Much about the life of Johann Sebastian Bach's youngest son remains obscure. Factual lacunae, contradictions, ambiguities, along with insinuations touching on his private life punctuate the biographical record almost from the very beginning.
Uncertainty concerning certain basic facts about Johann Christian Bach begins as early as the testimony of a firsthand source one would have considered unim-peachable, namely, Carl Philipp Emanuel Bach. Emanuel, it will be recalled, had taken in his fifteen-year-old half-brother to live with him in Berlin following the death of their father in July 1750. Who would know better than Emanuel the year in which Christian left his home? In Emanuel's annotation of the family Genealogy he remarks that Christian “traveled in the year 1754 to Italy” (reiste ao. 1754 nach ltalien). His claim, understandably, was dutifully repeated later by reliable eigh-teenth-century writers such as Ernst Ludwig Gerber.
Along with the question of when Johann Christian left for Italy one can ask the connected question: how did he get there, that is, under what circumstances? Here, again, early commentators have something to say. Johann Nikolaus Forkel provides the intriguing detail that Christian, while living with Emanuel in Berlin, had “made the acquaintance of many female Italian singers, one of whom talked him into going to Italy with her” (er mit vielen italienischen Sängerinnen bekannt wurde, deren eine ihn beredete mit ihr nach ltalien zu gehen). And Gerber's dictionary informs us, like-wise, that “the acquaintance with various female Italian singers awakened in him the desire to see Italy” (in ihm die Bekanntschaften verschiedener ital. Sängerinnen die Lust erweckten, ltalien zu sehen).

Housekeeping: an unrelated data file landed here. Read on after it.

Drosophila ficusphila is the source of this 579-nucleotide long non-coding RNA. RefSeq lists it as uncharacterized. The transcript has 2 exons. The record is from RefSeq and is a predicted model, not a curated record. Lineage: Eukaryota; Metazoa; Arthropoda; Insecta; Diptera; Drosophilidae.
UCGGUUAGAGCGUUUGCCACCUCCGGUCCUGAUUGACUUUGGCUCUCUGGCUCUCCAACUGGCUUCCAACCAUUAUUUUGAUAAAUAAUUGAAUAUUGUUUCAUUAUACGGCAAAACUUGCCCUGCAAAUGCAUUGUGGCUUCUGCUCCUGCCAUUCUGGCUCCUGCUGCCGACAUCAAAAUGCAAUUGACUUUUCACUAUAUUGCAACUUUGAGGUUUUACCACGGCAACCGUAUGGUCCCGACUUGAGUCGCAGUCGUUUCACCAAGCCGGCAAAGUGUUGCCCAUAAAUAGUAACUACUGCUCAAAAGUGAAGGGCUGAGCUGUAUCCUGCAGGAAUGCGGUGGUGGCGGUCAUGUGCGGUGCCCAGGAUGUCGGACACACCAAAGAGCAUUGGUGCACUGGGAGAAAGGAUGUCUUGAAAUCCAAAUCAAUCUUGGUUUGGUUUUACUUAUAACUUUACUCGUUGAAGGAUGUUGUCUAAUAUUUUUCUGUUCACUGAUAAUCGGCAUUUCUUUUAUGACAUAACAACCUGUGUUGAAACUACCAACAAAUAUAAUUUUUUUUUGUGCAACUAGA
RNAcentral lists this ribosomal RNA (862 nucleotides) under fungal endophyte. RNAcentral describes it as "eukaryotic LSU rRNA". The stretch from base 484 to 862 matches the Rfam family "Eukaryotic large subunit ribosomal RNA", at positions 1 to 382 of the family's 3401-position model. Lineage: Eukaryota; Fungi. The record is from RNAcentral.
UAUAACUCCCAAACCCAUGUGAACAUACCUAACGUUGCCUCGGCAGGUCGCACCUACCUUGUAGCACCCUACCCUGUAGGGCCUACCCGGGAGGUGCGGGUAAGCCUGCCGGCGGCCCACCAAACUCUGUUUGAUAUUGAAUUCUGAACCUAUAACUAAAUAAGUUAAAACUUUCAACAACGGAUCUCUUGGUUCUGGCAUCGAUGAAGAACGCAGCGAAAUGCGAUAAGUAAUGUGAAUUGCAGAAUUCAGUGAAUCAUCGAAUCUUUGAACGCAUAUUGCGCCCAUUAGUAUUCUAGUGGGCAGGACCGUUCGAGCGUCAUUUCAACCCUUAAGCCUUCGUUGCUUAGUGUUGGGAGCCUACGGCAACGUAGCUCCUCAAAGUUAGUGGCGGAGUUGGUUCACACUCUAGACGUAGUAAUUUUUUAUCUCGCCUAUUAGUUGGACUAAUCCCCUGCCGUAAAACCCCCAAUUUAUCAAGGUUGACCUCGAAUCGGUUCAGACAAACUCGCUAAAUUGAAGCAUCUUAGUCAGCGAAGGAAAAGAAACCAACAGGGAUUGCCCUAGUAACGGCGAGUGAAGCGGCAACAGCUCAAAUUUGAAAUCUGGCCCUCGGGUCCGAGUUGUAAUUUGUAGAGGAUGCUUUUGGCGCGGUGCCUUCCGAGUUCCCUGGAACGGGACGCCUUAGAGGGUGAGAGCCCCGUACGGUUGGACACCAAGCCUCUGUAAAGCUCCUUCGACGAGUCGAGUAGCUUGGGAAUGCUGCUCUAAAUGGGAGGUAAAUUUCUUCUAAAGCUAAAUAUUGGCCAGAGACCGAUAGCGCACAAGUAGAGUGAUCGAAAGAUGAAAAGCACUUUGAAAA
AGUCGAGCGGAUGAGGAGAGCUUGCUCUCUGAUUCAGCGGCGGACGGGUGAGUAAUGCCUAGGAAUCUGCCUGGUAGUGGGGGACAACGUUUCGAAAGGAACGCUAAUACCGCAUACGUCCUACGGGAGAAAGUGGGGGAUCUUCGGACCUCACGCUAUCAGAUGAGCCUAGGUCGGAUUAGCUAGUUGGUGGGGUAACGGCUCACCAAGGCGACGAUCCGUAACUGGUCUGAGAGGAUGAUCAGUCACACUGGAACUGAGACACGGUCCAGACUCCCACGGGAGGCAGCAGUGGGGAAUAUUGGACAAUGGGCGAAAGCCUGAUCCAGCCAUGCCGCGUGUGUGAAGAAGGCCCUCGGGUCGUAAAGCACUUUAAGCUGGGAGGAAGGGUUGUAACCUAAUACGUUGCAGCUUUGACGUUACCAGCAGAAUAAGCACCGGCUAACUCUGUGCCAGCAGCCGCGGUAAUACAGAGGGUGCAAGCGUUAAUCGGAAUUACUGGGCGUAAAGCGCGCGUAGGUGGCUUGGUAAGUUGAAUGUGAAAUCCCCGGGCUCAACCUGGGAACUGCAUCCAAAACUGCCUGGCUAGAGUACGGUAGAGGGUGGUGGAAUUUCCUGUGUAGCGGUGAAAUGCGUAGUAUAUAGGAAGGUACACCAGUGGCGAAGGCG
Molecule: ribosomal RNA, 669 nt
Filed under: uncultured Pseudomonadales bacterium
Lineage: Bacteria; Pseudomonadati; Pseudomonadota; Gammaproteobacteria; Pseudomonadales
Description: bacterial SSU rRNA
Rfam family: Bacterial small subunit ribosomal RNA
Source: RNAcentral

Charles Sanford Terry, while citing these early sources, was apparently the first person to question both the dating of Christian's departure and the prevailing explanation behind his decision to head for Italy, an explanation that had evolved in a curiously colorful fashion since the time of Forkel and Gerber. Terry cites a nineteenth-century writer, one Elise Polko, who claimed that Christian, “repelled by the prospect of passing his life as an organist in some obscure German community … found relaxation under the beaux yeux of Benedetta Emilia Molteni (1722–80), prima donna of the Berlin Opera.” Polko reported further that Molteni married Johann Friedrich Agricola (1720–74), Frederick the Great's court composer, but that “the pair were hindered by their coachman's death from starting a honeymoon in Italy.